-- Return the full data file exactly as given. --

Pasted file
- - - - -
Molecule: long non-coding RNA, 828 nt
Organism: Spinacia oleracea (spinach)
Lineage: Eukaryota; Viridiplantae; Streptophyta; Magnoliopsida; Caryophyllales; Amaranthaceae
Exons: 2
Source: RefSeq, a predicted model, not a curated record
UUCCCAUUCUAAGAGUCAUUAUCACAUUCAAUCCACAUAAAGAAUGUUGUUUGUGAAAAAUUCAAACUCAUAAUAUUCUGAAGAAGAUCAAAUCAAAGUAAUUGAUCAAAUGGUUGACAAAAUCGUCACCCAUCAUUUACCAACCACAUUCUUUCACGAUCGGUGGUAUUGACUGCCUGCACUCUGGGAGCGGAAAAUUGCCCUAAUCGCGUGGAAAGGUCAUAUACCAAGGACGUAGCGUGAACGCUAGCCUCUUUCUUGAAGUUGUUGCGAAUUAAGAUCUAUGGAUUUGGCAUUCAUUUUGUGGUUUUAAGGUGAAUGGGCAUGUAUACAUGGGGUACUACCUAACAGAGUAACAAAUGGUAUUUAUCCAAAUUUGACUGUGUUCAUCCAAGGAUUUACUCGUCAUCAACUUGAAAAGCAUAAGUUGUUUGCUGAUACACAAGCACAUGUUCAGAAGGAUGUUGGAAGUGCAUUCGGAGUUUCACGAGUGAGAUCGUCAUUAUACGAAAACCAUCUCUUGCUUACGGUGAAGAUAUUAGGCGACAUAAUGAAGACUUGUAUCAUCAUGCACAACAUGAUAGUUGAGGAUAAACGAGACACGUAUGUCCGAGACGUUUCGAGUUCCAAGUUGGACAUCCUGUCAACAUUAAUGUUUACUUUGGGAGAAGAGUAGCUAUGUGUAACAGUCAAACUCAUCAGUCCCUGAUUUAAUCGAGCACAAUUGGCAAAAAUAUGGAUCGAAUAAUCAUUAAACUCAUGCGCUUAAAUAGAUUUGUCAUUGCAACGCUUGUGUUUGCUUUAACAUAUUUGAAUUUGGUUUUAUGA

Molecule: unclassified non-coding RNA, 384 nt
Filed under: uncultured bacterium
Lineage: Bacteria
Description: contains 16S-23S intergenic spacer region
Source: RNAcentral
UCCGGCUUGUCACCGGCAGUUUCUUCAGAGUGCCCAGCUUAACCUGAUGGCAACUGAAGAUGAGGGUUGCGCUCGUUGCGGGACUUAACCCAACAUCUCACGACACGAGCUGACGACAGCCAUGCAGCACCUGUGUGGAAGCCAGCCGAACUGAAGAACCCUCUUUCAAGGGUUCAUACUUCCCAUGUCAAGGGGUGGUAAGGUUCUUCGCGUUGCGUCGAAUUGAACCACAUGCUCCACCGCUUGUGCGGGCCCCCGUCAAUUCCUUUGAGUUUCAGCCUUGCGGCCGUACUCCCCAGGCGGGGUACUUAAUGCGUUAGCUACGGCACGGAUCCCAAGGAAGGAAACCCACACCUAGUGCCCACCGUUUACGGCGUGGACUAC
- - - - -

Molecule: long non-coding RNA, 828 nt
Organism: Spinacia oleracea (spinach)
Lineage: Eukaryota; Viridiplantae; Streptophyta; Magnoliopsida; Caryophyllales; Amaranthaceae
Exons: 2
Source: RefSeq, a predicted model, not a curated record
UUCCCAUUCUAAGAGUCAUUAUCACAUUCAAUCCACAUAAAGAAUGUUGUUUGUGAAAAAUUCAAACUCAUAAUAUUCUGAAGAAGAUCAAAUCAAAGUAAUUGAUCAAAUGGUUGACAAAAUCGUCACCCAUCAUUUACCAACCACAUUCUUUCACGAUCGGUGGUAUUGACUGCCUGCACUCUGGGAGCGGAAAAUUGCCCUAAUCGCGUGGAAAGGUCAUAUACCAAGGACGUAGCGUGAACGCUAGCCUCUUUCUUGAAGUUGUUGCGAAUUAAGAUCUAUGGAUUUGGCAUUCAUUUUGUGGUUUUAAGGUGAAUGGGCAUGUAUACAUGGGGUACUACCUAACAGAGUAACAAAUGGUAUUUAUCCAAAUUUGACUGUGUUCAUCCAAGGAUUUACUCGUCAUCAACUUGAAAAGCAUAAGUUGUUUGCUGAUACACAAGCACAUGUUCAGAAGGAUGUUGGAAGUGCAUUCGGAGUUUCACGAGUGAGAUCGUCAUUAUACGAAAACCAUCUCUUGCUUACGGUGAAGAUAUUAGGCGACAUAAUGAAGACUUGUAUCAUCAUGCACAACAUGAUAGUUGAGGAUAAACGAGACACGUAUGUCCGAGACGUUUCGAGUUCCAAGUUGGACAUCCUGUCAACAUUAAUGUUUACUUUGGGAGAAGAGUAGCUAUGUGUAACAGUCAAACUCAUCAGUCCCUGAUUUAAUCGAGCACAAUUGGCAAAAAUAUGGAUCGAAUAAUCAUUAAACUCAUGCGCUUAAAUAGAUUUGUCAUUGCAACGCUUGUGUUUGCUUUAACAUAUUUGAAUUUGGUUUUAUGA

Molecule: unclassified non-coding RNA, 384 nt
Filed under: uncultured bacterium
Lineage: Bacteria
Description: contains 16S-23S intergenic spacer region
Source: RNAcentral
UCCGGCUUGUCACCGGCAGUUUCUUCAGAGUGCCCAGCUUAACCUGAUGGCAACUGAAGAUGAGGGUUGCGCUCGUUGCGGGACUUAACCCAACAUCUCACGACACGAGCUGACGACAGCCAUGCAGCACCUGUGUGGAAGCCAGCCGAACUGAAGAACCCUCUUUCAAGGGUUCAUACUUCCCAUGUCAAGGGGUGGUAAGGUUCUUCGCGUUGCGUCGAAUUGAACCACAUGCUCCACCGCUUGUGCGGGCCCCCGUCAAUUCCUUUGAGUUUCAGCCUUGCGGCCGUACUCCCCAGGCGGGGUACUUAAUGCGUUAGCUACGGCACGGAUCCCAAGGAAGGAAACCCACACCUAGUGCCCACCGUUUACGGCGUGGACUAC